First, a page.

Trump Says the Election Is Being Stolen. GOP Leaders Aren’t So Sure.

Few Republican Party leaders or right-wing media stars backed Trump’s claims on illegitimate votes, and many repudiated it.

LOUISVILLE, KY - NOVEMBER 04: Senate Majority Leader Mitch McConnell (R-KY), gives election remarks at the Omni Louisville Hotel on November 4, 2020 in Louisville, Kentucky. McConnell has reportedly defeated his opponent, Democratic U.S. Senate candidate Amy McGrath, marking his seventh consecutive U.S. Senate win. (Photo by Jon Cherry/Getty Images)
Senate Majority Leader Mitch McConnell, R-Ky., gestures while giving election remarks at the Omni Louisville Hotel in Louisville, Ky., on Nov. 4, 2020. Photo: Jon Cherry/Getty Images

President Donald Trump declared at the White House last night that “we did win this election” and that “we’ll be going to the U.S. Supreme Court.” He also claimed on Wednesday via Twitter that Democrats are “trying to STEAL the Election” and that votes that hadn’t been counted by the end of Election Day are somehow illegitimate.

However, Trump’s ability to stick to this position and maintain support for it within the Republican Party — critical for any attempt by him to wage legal battles to exclude any votes — appeared fragile by Wednesday afternoon. As Democratic presidential candidate Joe Biden took the lead in vote counts in key states, few GOP leaders, elected or in the media, backed Trump’s accusations, and most ignored or even repudiated them.

Given the unpredictability of U.S. politics, it is likely that Republicans will reverse themselves if they feel it’s politically expedient to do so. Trump may also have the power to generate enough street chaos that state counts could get into GOP-dominated courts where anything could happen. This is particularly true with Democratic leadership, as in 2000, who were resistant to getting into the streets themselves.

That said, Senate Majority Leader Mitch McConnell, R-Ky., fresh off a successful reelection campaign, clearly seemed uninterested in going to battle for Trump for now. “It’s not unusual for people to claim they’ve won the election. I can think of that happening on numerous occasions,” McConnell said on Wednesday morning. “But claiming you win the election is different from finishing the counting.”

In a sign of the hesitation of GOP leaders to support the president, McConnell’s deputy, Majority Whip John Thune, R-S.D., has not made any comments on the presidential election. In response to questioning from reporters, House Minority Leader Kevin McCarthy, R-Calif., claimed that “what POTUS wants to make sure is that every legal vote is counted,” but he did not endorse Trump’s assertions of widespread fraud.

On Twitter, GOP Sen. Marco Rubio of Florida, one of Trump’s top opponents in the 2016 Republican primary turned Trump superfan, took a fairly standard good government position that was notable in its subtweeting of the president:

Another 2016 Trump rival, Republican Sen. Ted Cruz of Texas, was uncharacteristically quiet on Wednesday. Cruz had nothing to say about the presidential election on Twitter and did not respond to requests for comment about Trump’s remarks.

A third 2016 Trump opponent, former New Jersey Gov. Chris Christie, told ABC early Wednesday morning that “there’s just no basis to make [Trump’s] argument tonight. … There comes a point where you have to let the process play itself out before you judge it to have been flawed.” Former Pennsylvania Sen. Rick Santorum went further on CNN, saying that he was “very distressed by what I heard the president say.”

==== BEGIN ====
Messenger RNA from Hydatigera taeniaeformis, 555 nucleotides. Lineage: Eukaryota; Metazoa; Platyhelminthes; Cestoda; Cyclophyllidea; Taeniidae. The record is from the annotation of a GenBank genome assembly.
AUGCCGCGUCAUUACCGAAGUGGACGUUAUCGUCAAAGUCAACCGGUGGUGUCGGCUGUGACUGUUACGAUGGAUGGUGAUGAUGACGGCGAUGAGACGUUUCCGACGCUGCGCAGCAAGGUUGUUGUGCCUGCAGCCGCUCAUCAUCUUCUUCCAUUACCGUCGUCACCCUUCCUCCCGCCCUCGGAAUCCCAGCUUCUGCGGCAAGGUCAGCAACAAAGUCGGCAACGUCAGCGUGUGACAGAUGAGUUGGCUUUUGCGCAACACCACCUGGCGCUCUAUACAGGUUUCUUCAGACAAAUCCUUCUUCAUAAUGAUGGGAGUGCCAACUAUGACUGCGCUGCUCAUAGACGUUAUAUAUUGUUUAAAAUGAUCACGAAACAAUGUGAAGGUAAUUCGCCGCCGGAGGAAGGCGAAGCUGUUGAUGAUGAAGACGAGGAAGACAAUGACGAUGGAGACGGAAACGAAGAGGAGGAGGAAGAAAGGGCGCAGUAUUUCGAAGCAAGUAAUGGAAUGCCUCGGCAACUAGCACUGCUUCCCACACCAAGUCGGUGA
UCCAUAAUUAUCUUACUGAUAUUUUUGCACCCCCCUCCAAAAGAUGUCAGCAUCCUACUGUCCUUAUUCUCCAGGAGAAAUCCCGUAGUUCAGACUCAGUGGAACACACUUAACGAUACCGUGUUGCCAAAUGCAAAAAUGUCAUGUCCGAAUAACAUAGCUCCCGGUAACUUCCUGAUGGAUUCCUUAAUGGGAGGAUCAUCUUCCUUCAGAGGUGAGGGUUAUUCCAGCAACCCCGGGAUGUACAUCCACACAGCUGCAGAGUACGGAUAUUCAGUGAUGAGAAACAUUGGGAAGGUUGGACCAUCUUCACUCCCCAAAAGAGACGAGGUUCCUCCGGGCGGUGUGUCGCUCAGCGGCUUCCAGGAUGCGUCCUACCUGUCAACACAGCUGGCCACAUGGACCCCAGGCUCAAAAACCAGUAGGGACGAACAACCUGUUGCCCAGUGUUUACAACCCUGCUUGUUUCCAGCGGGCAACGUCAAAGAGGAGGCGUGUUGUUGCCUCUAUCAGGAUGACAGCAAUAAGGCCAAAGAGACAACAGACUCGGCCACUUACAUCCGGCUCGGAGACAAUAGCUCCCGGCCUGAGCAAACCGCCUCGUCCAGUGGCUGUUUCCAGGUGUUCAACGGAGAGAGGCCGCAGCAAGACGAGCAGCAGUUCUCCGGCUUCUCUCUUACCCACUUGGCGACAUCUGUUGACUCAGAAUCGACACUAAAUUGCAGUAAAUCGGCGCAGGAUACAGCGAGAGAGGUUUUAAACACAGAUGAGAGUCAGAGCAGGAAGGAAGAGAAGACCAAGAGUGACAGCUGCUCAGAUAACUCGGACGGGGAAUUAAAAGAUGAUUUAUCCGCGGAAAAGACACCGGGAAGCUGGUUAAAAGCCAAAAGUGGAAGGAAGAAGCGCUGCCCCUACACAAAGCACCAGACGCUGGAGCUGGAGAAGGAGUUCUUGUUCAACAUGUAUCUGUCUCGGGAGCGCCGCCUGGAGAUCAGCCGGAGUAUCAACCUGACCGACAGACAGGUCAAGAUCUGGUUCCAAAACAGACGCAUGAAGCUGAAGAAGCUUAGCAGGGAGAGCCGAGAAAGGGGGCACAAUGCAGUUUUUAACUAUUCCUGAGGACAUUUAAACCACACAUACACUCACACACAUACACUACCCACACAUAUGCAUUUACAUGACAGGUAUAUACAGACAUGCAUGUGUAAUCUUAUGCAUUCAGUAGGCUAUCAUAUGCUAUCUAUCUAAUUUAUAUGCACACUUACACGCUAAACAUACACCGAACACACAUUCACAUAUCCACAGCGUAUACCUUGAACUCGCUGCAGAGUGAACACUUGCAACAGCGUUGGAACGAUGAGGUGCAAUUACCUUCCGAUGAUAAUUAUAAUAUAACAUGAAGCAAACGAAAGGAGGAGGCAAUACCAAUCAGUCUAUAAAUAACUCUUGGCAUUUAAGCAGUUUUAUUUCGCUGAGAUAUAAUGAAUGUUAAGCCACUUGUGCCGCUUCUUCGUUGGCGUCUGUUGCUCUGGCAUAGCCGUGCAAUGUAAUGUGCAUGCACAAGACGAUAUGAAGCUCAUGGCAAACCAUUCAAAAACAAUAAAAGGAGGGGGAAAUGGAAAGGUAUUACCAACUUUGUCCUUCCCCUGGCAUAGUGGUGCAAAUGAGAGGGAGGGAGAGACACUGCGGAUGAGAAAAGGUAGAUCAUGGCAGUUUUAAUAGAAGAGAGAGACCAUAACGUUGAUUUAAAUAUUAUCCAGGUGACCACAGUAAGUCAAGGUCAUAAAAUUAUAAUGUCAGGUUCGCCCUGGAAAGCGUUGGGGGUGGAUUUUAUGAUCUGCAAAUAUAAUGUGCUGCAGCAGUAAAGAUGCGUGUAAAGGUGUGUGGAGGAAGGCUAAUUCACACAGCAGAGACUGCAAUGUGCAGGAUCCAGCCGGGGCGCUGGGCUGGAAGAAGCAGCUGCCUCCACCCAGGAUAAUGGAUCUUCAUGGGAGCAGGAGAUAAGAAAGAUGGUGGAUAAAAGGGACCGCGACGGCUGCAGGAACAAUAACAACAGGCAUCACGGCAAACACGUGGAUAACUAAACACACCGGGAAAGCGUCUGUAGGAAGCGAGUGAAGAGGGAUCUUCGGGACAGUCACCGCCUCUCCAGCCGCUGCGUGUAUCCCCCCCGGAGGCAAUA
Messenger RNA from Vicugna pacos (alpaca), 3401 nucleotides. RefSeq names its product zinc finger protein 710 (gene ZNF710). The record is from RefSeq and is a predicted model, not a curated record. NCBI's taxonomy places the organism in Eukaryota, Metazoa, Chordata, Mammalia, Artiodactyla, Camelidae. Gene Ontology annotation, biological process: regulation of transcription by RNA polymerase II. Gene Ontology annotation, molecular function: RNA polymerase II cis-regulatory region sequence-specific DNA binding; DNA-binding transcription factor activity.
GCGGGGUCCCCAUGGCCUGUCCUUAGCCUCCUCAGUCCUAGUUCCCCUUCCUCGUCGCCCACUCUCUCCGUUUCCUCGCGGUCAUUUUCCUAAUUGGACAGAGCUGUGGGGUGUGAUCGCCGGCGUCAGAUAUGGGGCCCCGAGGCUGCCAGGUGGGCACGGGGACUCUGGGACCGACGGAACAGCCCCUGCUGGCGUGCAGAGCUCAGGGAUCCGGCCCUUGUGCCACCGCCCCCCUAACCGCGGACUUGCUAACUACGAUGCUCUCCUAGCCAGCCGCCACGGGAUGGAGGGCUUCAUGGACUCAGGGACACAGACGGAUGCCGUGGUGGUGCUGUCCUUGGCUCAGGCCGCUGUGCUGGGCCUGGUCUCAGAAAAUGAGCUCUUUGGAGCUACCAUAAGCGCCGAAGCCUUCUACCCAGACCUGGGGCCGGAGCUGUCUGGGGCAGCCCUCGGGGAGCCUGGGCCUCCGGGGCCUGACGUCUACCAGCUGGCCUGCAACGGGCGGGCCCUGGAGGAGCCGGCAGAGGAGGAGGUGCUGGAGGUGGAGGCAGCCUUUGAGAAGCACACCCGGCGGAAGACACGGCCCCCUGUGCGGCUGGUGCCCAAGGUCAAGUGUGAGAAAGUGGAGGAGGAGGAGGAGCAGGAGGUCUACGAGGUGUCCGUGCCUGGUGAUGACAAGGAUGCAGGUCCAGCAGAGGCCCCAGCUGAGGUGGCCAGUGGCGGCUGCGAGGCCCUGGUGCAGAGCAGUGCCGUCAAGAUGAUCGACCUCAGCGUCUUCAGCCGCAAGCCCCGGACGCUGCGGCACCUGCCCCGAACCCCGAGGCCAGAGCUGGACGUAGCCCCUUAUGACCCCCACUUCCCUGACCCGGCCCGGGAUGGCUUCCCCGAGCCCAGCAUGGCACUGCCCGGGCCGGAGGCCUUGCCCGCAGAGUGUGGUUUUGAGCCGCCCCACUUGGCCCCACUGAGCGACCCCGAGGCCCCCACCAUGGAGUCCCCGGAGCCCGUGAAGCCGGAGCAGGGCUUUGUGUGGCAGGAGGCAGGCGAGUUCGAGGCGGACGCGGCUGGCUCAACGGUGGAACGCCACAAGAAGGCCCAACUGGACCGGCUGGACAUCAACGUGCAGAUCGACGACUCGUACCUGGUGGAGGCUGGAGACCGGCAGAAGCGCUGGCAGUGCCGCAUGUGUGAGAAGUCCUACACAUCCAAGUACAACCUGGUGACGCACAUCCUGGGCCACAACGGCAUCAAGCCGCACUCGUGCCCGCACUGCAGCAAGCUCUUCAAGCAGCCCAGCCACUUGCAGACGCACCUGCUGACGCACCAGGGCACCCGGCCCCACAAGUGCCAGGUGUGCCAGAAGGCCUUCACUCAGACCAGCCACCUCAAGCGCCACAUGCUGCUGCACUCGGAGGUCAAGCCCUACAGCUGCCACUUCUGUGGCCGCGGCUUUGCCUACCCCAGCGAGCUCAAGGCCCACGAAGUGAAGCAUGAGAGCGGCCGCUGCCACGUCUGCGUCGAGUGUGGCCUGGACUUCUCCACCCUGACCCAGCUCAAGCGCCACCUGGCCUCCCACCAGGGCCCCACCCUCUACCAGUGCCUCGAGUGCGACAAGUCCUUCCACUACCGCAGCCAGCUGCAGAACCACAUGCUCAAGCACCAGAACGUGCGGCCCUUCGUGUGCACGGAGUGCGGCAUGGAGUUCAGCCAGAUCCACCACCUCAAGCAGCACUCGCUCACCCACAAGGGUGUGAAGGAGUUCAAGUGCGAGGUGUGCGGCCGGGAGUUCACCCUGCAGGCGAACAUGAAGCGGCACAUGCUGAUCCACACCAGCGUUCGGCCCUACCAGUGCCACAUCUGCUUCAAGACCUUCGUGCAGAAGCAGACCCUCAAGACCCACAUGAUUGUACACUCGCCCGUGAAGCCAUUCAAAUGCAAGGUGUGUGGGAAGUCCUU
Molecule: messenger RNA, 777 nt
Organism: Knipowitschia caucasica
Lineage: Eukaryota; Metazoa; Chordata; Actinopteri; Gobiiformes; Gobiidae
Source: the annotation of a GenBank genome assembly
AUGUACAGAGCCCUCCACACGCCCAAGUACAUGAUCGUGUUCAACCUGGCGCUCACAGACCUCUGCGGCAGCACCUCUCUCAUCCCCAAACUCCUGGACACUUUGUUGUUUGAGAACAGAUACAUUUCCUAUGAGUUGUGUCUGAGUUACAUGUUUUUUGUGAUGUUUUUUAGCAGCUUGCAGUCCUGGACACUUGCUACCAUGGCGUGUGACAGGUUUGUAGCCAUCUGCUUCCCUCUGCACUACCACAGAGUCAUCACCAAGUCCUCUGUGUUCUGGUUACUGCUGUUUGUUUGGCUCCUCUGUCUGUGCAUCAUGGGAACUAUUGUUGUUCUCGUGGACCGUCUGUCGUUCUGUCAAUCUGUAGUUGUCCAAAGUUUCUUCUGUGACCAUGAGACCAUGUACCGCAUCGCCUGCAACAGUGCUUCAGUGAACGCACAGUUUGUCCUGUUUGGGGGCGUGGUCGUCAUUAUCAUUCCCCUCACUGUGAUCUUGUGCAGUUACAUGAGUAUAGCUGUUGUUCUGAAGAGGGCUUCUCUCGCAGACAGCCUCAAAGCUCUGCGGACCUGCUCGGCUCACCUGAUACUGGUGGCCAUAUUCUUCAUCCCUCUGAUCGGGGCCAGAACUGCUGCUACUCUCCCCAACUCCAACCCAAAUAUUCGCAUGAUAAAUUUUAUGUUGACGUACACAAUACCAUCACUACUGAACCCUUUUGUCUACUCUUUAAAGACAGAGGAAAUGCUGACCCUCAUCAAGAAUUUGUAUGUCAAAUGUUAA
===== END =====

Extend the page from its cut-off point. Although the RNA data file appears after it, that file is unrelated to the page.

The right’s media stars, many of whom wield more power than actual politicians, reacted with more variation but generally were not rallying behind any particular Trumpian storyline.

Ben Shapiro, host of the popular eponymous show, was especially unequivocal:

Fox’s Sean Hannity had little to say on Twitter on Wednesday about Trump. Tucker Carlson said nothing at all.

On Wednesday’s show, Rush Limbaugh did stand by Trump’s version of reality, but with notable anxiety. “Come on, folks, you gotta keep the faith. Stick with me here,” Limbaugh told his audience. “Donald Trump was reelected last night. Time will show us this. You know this. When they stopped counting, it means they’re looking for Democrat votes.”

University of North Carolina professor Zeynep Tufekci astutely commented Wednesday morning that, from the perspective of the top of the Republican Party, Trump may have served his purpose and can now be discarded:

In a statement, Biden spokesperson Jen O’Malley Dillon called Trump’s assertions “outrageous, unprecedented, and incorrect … a naked effort to take away the democratic rights of American citizens. … The counting will not stop. It will continue until every duly cast vote is counted. Because that is what our laws — the laws that protect every Americans’ constitutional right to vote — require.”

In America’s morass of uncertainly, one thing that is certain is that anything is possible. But if Biden’s Electoral College edge continues to solidify and GOP support for Trump’s position continues to be weak or nonexistent, the day will likely come when none of Trump’s fulminations will matter. There is no precedent for Trump, but previous presidents have never been able to cling to power without the support of their party. When Richard Nixon’s Watergate misconduct was conclusively proven in the so-called smoking gun tape released on August 5, 1974, Nixon was not certain he would resign. Then the GOP’s previous presidential candidate, Barry Goldwater, Republican House leader John Jacob Rhodes, and Senate leader Hugh Scott traveled to the White House to tell him he had to go. On August 9, he did.

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